Tsoi remembered on his birthday
The band Spleen insists: “the rock-and-roll star must die very soon.” And many rock fans are certain that Viktor Tsoi, the symbol of Soviet rock, would not have become a legend if he had lived to a ripe old age – or even the ago of 50, which he would have reached on June 21, 2012.
“Ideally, you should die in this country in order to become ultimately popular,” said Zoopark front man Mike Naumenko at the time of Tsoi’s death; Naumenko himself died a year later. But it is impossible to confirm that dying young is the only way to leave a footprint in the history of rock-and-roll. No one knows what would have happened to Tsoi had he lived. He might have become an ordinary rock singer and joined the ranks of his friends and colleagues from the Leningrad, Sverdlovsk and Moscow rock clubs? He might have become a rock patriarch like Boris Grebenshchikov, who recently announced the celebration of the 4,000th (actually, the 40th) anniversary of the band Aquarium. Despite all his years, no one would say that Grebenshchikov has lost his spark.
But it is Viktor Tsoi, who died at just 28, who remains the real symbol of the era when Russian rock was at its best. Something inexplicable happened in the Soviet Union during the early days of the Perestroika. Russian rock was a breath of fresh air for a mass culture enchained by ideological censorship, and yet there are only a few truly talented musicians who wrote the songs that millions listened to over and over again.
Tsoi was one of those few talented ones. Additionally, his songs are perfectly comprehensible. They are catchy, emotional and easy to play and sing, which is why young people who learn to play the guitar often choose them as their first songs. The maxim “everything of genius is simple” applies to the songs of Tsoi’s band, Kino. It’s no wonder the prominent producer Yury Aizenshpis became interested in Tsoi; Kino’s music was not pop in the sense that it was primitive and cheesy – it was truly popular.
Viktor Tsoi was no angel and no demon; he was a regular musician who became an icon of Russian rock.
All the Leningrad rockers from the 1980s used to stay at Alexander Lipnitsky’s apartment on Karetny Ryad when they came to Moscow. Lipnitsky was a schoolmate of Petr Mamonov and the stepson of Viktor Sukhodrev, the personal interpreter for Nikita Khrushchev and Leonid Brezhnev. His apartment was a typical place for home concerts and standard Soviet kitchen-table talks. “There used to be a narrow, semi-circular couch here – Tsoi’s favorite place to sleep when he stayed here,” Lipnitsky said. “He was flexible, he fit in there… Tsoi did not like highbrow conversations and never spoke about things he knew nothing about. He talked about food and music. He also liked films and talked about, say, Bruce Lee.”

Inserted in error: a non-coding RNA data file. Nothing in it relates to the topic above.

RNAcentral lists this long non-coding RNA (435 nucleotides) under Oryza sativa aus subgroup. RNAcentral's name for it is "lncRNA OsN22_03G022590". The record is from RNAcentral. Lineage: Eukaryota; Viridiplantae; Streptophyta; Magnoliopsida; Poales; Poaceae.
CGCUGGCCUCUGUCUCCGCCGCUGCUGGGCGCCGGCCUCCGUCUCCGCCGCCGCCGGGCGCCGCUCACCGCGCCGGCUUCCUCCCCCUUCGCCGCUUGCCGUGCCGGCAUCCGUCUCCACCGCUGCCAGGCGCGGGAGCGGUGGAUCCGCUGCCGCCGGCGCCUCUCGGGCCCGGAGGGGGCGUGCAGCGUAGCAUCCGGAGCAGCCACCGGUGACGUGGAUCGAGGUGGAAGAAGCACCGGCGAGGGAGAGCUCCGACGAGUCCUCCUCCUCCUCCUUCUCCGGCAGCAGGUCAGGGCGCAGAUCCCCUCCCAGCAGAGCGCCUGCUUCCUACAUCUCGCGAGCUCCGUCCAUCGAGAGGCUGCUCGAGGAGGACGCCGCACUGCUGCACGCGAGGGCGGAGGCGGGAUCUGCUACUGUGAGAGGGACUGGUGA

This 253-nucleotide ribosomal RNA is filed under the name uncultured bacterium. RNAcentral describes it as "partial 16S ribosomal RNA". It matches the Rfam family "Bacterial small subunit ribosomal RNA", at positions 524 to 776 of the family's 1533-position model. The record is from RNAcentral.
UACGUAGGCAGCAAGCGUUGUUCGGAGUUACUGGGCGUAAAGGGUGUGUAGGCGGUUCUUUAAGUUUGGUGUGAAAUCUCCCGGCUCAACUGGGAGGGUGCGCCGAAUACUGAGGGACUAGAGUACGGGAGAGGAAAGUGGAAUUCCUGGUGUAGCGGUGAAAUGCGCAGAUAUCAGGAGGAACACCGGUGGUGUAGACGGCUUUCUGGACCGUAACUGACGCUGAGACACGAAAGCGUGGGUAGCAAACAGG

But despite his nationwide fame, Tsoi remains a representative of the counterculture. The authorities were hardly eager to support campaigns to erect monuments to the rock star and are unlikely to rename streets to commemorate Tsoi. His fans restore the Tsoi Wall in Moscow’s Arbat Street themselves; they protect the legendary Kamchatka boiler house, where Tsoi and his colleagues had to work in order to avoid being charged with parasitism; they try to raise money to have at least one monument to Tsoi in Russia.
And his fellow rockers have never forgotten him. Commemorative concerts and festivals take place in Moscow, St Petersburg, in the Urals, in big cities and small and towns. This year, the organizers of the Nashestvie festival have announced that the performers will sing one Kino song each.
This article has been abridged from the original, which appeared in Mokovskiye Novosti. The complete text in Russian can be found here.